Full-time, in-person schedules have been more common in northern Penobscot County.

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In East Millinocket, about 90 percent of elementary and high school students attend school five days a week for four hours instead of the usual six-and-a-half, and the other 10 percent learn remotely, according to Superintendent Eric Steeves. (The town’s middle-school students attend school in Medway.)

If the safety rating changes Friday, Steeves plans to recommend to the school board that high school students switch to remote learning starting next week while elementary school students maintain their in-person learning schedules.

All East Millinocket students have been learning remotely since the Wednesday before Thanksgiving, when the school department kept all students home as a precautionary measure. Students are set to return to school Wednesday.

“We have found this week that online instruction for elementary kids is very difficult,” Steeves said. “The teachers are having to do a lot of support activities trying to get the kids to focus. But at the high school, it seems to be going remarkably smoothly.”

In neighboring Millinocket, students attend school four days a week and learn remotely on Fridays. After taking a similar remote learning break for Thanksgiving, schools resumed in-person learning on Monday, Superintendent Frank Boynton said.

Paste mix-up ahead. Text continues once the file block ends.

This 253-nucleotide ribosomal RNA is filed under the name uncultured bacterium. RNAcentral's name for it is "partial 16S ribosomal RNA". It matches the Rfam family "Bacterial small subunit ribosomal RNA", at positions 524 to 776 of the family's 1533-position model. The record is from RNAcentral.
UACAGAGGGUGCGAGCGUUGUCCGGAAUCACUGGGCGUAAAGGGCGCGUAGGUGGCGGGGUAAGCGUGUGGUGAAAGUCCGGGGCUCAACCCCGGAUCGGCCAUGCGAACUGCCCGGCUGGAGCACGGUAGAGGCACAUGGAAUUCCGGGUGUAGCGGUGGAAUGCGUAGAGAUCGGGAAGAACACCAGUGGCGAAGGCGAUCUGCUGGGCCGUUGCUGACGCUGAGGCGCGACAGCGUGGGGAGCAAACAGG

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Millinocket will stick with its schedule if the state downgrades Penobscot’s safety rating, but will shut down theater and sports, since a yellow rating means schools can’t offer after-school activities, Boynton said. A scaled-back winter sports season is largely on hold as it is, though school teams were able to start some skill-building and conditioning drills on Monday.

“It’s really hard for me to predict what will happen because the number of cases in town is staying minimal,” Boynton said. “We’ve had a few people be tested, and the majority of the tests have come back negative.”

The last time when the state was preparing to potentially downgrade Penobscot County’s safety rating was at the start of the school year, as the Millinocket area dealt with the fallout from an outbreak stemming from an Aug. 7 Katahdin-region wedding.

A number of East Millinocket school staff tested positive following the wedding, and schools in the area delayed the start of in-person instruction. But since then, the area’s schools haven’t seen case surges, Steeves and Boynton said. The switch to remote learning for Thanksgiving was the first time their schedules were interrupted since the school year’s start.

“The kids have been great. A lot of that has to do with that summer outbreak,” Steeves said. “I think that’s when it hit home that it’s the real deal and can happen to us up here.”